Defending champion Lance Mackey is maintaining his lead in the Iditarod with one-third of the race to go.

Mackey reached Eagle Island at 8:33 a.m. Saturday after a 60-mile ride from Grayling. That means he has covered 701 miles, with 421 left to go.

Sebastian Schnuelle, winner of last month's 1,000-mile Yukon Quest race, was in second place. He left Grayling at 3:05 a.m. Saturday. Aaron Burmeister followed two minutes later.

Mackey overcame a mistake Friday that he said could have cost him the race. After leaving the Shageluk checkpoint, he dozed off and took a wrong turn. He was forced to backtrack, costing him two hours.

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ANVIK, Alaska (AP) _ Four-time champion Jeff King moved into the lead in the Iditarod Trail Sled Dog Race but he probably won't remain there long.

Two-time defending champion Lance Mackey is on the move.

King arrived at the Anvik checkpoint more than seven hours after Mackey. Instead of resting his team, he moved through.

"I'm out of here," King said, as he pulled his snow hook and headed out on the frozen Yukon River. "I'm about to be in the lead."

Mackey rested his team for eight hours in Anvik. In doing so, he satisfied one of two eight-hour stops teams are required to take during the race. The other one must be taken at White Mountain near the finish in Nome.

Soon after King took off, Sebastian Schnuelle arrived in Anvik, followed shortly by Aaron Burmeister. Both mushers moved through while Mackey prepared to hit the Iditarod trail again.

When the eight-hour requirement is taken into consideration, Mackey actually has a substantial lead in the race, about 7 1/2 hours in front of the other three teams.

For being the first musher to reach the Yukon, Mackey was given a gourmet meal and $3,500.

When Mackey arrived in Anvik, he said he'd made a mistake on the trail that could end up costing him the race.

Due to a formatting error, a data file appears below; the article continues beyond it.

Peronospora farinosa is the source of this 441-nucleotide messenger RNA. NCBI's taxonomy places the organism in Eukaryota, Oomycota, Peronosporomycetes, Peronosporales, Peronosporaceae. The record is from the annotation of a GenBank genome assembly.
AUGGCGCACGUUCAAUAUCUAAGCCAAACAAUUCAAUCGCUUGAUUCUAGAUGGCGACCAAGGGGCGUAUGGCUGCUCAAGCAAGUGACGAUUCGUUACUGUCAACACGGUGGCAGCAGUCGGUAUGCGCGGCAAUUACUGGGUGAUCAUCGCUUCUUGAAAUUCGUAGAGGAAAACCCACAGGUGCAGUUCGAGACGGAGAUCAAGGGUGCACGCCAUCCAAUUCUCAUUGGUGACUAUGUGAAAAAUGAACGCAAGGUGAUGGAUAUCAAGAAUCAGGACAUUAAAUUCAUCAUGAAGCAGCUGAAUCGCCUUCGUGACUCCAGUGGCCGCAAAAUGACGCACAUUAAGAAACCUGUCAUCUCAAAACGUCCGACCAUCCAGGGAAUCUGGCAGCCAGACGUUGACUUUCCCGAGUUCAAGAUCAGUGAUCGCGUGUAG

Mackey dozed off while riding his sled after leaving the Shageluk checkpoint on the way to Anvik, about 500 miles from Nome. When he awoke, he was up a slough without a trail marker in sight.

"I couldn't believe it," Mackey said. "It very well could have cost me the race right there."

Mackey was forced to do something every musher hates _ turn the dog team around.

"When I turned them around they didn't dig that," he said. "It really demoralizes their attitude when you spin them around in the trail like that."

Mackey said the dogs showed their displeasure with him when he finally got them back on the Iditarod trail. They went half as fast.

Mackey still pulled into Anvik hours ahead of his closest competitor.

"It is all about gambling at times," Mackey said of his speedy 115-mile run from Takotna to Iditarod. He did it in 12 hours and 34 minutes.

His run from Iditarod to Anvik wasn't as spectacular, but that was where he dozed off, got lost and had to turn around. Mackey said he lost at least an hour.

"The dogs were just cruising along at a nice clip. It was going so good it was scary and now I know why," Mackey said. "That was just a self-inflicted body blow."

Mackey estimates that since the 1,100-mile race began on Sunday he has slept no more than a dozen hours.

Fatigue can do funny things to long-distance mushers, Mackey said. On Thursday night, he was riding the sled and saw a girl sitting by the side of the trail doing something, probably knitting.

"She laughed at me, waved, and I went by her and she was gone," Mackey said of his hallucination. "You just laugh."

In Anvik, Mackey sat down to what looked like a mirage, but wasn't _ an eight-course meal where $3,500 was on display in a large gold miner's pan _ his winnings for being the first musher to reach the Yukon River.

"That is definitely worth the wait," Mackey said as he bit into an appetizer of braised pork belly.

After a few more courses, including the main entree of rib-eye steak with a blueberry demi-glaze and a dessert of strawberries finished in Grand Marnier liqueur, Mackey left the hall to get some sleep.

He knows there is still a lot of racing to do before Nome. He's keeping his eye on 2004 Iditarod champion Mitch Seavey and King, who was second to Mackey last year. Both are positioned nicely, Mackey said.

Norwegian musher Bjornar Andersen was reunited with his dog team Friday after withdrawing from the race the previous day. Andersen scratched after a nasty accident but race spokesman Chas St. George said he had been released from the hospital and was preparing to return home to Norway.

"He's doing good," St. George said.

As for the $3,500, Mackey said he would like to buy something for himself but has a feeling it won't work out that way.

"I'm sure my wife already has plans for it," he said.

The winner in this year's race will receive $69,000 and a new truck. The $610,000 purse is paid to the top 30 finishers. Sixty-seven teams began the race. Three have scratched.

On the Net:

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